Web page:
It’s crazy how plants can be trendy, but then there is the infamous tale of the tulip…Β I can’t say I know of any fortunes that have been won or lost over these fun little flora, though the local nurseries are probably making out quite well. (Succulents regenerate themselves at an amazing rate, with hardly any work on the part of humans.)

A second life for charity shop find. Rocks compliments of Bean Hollow beach.

I’ve been busy propagating my little thick-leafed friends for some time. Some of the parent plants were purchased, while others were plucked from obliging flower pots or pinched on a hike. You pick a little plant or just a part, leave it to dry for a few weeks and then, once roots start to reach out, plant the new sucker in some soil.

Finding the right containers is almost equally as fun. I peruse secondhand stores, sale bins and my own cabinets for candidates. (What better retirement plan for a chipped mug or bowl?) Fishbowls are a present favorite.

Picked up the beady bundle of red and green this afternoon near Alamere Falls in Point Reyes. What a lovely, though busy hike!!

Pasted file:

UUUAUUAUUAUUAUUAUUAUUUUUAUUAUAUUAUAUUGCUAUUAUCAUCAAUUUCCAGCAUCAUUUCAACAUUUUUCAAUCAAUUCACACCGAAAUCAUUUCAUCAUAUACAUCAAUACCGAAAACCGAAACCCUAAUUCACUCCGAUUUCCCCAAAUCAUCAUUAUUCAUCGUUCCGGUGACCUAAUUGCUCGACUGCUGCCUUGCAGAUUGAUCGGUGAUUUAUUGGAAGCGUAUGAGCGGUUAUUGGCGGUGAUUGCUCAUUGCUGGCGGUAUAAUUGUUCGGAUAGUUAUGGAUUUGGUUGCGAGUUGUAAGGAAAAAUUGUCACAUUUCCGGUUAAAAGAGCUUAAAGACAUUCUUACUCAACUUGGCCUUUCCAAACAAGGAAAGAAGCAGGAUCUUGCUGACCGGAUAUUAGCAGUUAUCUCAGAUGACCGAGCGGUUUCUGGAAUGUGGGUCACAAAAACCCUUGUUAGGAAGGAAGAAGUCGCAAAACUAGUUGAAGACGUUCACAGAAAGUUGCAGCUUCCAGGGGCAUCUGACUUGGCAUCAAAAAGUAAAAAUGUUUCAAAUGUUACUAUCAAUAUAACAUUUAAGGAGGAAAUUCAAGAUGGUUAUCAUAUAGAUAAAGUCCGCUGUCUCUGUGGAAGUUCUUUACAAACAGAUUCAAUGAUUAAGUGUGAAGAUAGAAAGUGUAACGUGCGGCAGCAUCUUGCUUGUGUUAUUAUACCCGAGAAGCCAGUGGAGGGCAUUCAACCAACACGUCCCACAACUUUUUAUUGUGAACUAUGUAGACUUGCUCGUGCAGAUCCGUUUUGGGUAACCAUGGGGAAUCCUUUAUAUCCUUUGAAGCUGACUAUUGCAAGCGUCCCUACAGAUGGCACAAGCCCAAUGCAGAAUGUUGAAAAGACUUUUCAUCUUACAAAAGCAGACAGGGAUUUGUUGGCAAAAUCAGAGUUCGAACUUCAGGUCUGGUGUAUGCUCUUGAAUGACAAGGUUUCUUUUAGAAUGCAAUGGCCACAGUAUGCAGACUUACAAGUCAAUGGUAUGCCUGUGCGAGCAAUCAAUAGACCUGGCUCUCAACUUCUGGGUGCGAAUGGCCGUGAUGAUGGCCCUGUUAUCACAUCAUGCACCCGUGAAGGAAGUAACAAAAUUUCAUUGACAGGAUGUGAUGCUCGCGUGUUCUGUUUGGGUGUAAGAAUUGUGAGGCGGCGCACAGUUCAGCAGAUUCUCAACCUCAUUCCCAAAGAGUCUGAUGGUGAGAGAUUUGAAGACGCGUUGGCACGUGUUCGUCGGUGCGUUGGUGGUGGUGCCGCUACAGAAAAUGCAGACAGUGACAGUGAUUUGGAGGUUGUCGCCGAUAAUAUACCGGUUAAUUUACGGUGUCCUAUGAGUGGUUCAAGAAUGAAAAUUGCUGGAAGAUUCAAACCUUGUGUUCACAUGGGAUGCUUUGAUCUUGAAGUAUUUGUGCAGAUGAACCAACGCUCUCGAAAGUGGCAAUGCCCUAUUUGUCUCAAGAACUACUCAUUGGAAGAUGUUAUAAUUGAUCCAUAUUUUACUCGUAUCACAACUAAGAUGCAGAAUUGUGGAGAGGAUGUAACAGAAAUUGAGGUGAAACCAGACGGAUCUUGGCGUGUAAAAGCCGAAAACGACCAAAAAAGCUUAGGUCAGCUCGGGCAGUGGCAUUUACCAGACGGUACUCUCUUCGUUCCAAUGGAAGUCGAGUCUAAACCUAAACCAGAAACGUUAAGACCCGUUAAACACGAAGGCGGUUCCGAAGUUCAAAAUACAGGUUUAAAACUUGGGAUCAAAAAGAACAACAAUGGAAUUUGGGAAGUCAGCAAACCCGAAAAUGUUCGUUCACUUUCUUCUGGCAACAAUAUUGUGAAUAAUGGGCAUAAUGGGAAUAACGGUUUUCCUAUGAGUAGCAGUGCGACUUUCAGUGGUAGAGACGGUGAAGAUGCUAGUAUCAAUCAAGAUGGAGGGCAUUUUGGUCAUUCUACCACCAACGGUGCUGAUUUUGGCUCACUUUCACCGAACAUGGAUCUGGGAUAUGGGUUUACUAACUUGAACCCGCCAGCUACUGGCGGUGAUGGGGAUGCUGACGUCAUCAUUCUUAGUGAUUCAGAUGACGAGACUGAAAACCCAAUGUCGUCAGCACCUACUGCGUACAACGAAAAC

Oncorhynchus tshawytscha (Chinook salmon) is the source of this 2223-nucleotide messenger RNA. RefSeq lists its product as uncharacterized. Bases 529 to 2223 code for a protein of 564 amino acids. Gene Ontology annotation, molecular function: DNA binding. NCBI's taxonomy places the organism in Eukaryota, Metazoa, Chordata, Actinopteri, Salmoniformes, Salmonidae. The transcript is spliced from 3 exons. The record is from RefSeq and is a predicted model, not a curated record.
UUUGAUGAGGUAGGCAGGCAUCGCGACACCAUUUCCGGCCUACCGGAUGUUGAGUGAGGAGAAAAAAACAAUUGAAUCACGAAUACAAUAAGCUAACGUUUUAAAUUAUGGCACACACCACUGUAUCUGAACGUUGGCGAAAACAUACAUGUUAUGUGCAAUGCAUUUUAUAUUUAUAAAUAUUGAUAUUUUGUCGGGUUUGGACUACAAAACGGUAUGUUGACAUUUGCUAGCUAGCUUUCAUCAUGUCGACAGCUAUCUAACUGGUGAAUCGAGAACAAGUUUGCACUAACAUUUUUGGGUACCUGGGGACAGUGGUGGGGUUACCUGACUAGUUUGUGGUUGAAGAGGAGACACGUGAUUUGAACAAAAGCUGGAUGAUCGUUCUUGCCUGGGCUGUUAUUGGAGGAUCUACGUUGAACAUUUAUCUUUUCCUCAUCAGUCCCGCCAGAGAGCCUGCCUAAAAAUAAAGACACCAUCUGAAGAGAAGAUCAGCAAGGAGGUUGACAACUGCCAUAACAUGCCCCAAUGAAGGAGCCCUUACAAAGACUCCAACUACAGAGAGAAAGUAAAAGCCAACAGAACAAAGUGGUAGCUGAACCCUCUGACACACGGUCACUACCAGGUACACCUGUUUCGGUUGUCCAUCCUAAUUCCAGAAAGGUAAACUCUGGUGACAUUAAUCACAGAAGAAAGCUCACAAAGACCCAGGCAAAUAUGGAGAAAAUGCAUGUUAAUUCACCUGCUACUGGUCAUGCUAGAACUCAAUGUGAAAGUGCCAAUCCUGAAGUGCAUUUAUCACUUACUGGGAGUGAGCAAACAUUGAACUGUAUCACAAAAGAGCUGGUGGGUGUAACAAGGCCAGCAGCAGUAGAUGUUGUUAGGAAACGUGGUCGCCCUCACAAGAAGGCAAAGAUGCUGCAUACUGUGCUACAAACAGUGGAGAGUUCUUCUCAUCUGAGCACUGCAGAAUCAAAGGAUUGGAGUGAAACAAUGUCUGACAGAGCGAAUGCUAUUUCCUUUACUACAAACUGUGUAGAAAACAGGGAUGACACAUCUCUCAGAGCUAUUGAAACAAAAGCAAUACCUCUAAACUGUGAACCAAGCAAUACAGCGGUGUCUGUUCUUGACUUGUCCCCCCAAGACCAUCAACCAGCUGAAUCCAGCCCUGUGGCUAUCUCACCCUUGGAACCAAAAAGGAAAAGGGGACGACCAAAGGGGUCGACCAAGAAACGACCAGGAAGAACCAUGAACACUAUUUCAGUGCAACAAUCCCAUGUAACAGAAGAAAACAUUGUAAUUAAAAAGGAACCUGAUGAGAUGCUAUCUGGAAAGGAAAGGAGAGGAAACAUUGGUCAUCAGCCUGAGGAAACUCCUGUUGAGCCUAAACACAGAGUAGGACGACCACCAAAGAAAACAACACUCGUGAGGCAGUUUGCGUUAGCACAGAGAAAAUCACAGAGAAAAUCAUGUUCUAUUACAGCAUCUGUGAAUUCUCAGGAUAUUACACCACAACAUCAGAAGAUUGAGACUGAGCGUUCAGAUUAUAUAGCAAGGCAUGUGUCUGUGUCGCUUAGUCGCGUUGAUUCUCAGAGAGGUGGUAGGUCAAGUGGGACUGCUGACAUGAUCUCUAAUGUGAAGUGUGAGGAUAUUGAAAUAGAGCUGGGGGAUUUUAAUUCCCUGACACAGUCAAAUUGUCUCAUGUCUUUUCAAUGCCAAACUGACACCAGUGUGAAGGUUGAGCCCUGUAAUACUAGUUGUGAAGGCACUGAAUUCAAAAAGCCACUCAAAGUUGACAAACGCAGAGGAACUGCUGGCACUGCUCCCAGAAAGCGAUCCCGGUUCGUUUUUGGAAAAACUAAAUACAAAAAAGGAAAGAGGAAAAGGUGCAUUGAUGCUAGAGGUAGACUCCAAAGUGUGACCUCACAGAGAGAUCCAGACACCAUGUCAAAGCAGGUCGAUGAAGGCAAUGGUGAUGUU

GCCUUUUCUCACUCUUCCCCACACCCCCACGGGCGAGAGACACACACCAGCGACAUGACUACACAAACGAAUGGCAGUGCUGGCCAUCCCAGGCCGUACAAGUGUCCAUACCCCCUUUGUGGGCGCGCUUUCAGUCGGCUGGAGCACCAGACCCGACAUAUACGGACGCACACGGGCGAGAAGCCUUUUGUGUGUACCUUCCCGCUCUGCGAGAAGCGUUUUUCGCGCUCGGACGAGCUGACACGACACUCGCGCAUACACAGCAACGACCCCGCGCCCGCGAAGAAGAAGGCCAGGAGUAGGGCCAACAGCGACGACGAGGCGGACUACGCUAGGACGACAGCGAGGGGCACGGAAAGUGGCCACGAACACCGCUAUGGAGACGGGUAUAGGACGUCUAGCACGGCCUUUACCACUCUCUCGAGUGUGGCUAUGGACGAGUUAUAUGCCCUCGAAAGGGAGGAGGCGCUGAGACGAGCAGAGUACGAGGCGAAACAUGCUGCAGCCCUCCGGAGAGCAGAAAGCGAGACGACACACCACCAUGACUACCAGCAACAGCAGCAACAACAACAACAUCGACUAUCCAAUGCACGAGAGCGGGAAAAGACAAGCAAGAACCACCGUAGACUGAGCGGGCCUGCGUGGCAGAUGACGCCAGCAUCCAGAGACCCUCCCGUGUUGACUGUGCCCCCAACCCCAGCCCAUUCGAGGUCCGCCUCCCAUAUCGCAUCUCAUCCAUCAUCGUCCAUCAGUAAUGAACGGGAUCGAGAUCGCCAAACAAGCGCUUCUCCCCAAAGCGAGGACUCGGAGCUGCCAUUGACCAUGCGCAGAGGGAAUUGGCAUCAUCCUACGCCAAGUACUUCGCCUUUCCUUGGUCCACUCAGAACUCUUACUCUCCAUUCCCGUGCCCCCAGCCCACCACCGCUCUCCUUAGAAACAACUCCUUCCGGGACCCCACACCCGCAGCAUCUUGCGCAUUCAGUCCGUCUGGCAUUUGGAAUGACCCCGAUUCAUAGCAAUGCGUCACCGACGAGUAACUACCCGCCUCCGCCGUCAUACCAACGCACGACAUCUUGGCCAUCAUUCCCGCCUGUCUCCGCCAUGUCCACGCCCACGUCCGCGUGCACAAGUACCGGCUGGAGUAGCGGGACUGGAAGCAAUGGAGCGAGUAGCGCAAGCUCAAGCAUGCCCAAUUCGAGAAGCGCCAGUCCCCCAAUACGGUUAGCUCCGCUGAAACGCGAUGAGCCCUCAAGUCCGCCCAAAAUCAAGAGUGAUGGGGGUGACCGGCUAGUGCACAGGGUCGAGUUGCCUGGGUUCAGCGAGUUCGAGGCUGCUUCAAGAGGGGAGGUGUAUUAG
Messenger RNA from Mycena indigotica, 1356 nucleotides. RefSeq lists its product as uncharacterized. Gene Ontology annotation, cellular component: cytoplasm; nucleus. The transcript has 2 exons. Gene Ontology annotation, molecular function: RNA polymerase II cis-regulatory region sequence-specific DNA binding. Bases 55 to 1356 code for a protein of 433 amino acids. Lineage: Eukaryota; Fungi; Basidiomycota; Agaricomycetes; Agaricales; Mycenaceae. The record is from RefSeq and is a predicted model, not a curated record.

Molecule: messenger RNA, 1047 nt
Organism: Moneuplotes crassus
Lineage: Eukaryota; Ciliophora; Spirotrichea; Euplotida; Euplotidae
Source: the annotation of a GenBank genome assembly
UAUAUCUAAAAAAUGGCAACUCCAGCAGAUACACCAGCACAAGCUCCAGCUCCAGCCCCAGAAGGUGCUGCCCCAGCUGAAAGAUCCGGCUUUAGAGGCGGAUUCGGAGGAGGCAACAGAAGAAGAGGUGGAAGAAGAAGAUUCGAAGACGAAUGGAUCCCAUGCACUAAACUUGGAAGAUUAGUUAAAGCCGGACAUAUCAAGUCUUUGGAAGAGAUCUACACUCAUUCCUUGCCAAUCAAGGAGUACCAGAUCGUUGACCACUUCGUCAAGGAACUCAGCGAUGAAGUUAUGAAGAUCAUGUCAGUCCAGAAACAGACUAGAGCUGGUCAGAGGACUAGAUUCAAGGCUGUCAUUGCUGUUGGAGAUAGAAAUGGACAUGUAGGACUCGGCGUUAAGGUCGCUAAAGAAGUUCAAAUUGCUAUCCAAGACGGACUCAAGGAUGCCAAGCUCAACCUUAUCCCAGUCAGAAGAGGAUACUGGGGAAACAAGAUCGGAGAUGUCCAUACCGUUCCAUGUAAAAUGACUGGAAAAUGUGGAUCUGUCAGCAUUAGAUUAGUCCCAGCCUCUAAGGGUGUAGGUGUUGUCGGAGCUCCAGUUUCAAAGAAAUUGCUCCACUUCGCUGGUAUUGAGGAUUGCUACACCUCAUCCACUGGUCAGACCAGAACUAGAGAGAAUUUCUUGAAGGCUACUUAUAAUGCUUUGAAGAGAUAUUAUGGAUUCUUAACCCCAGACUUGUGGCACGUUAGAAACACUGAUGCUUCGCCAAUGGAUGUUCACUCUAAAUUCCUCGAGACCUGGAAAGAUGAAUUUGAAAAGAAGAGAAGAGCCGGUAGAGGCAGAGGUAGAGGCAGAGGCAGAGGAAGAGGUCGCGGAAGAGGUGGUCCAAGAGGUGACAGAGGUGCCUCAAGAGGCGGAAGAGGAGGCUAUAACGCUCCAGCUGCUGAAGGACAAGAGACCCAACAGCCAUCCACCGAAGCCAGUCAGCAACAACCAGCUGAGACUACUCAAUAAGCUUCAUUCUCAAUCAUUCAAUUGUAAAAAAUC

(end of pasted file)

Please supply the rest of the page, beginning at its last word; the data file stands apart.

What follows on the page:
I recently redid a few planters, as I hadn’t given them proper drainage on my first try. Now, with a bed of rocks in the bottom and a layer of charcoal just below the sandy soil, the roots should have plenty of room to breathe.

If you’d like to totally geek out on succulents, follow the goings on of the Cactus and Succulent Society of America (CSSA), atΒ www.cssainc.org.

And if you’re curious about the tulip wars, an apropos analogy for our troubled economic times, check out “Tulipomania : The Story of the World’s Most Coveted Flower & the Extraordinary Passions It Aroused” by Mike Dash.

A bright yellow succulent in its natural habitat -- the dunes at Bean Hollow State Beach.

First try with the Sno maker: Bergamot mint and creme-fraiche ice cream

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Take mint from the garden, and simmer with milk, cream and sugar. Let steep half hour before heating again and adding to egg yolks. Cool before pouring in machine.

After mixture reaches a thick but not-quite-done texture, toss in some creme fraiche and let churn for a bit more ...

Scoop into bowl, and top with more mint from the "garden." Eat. Yum.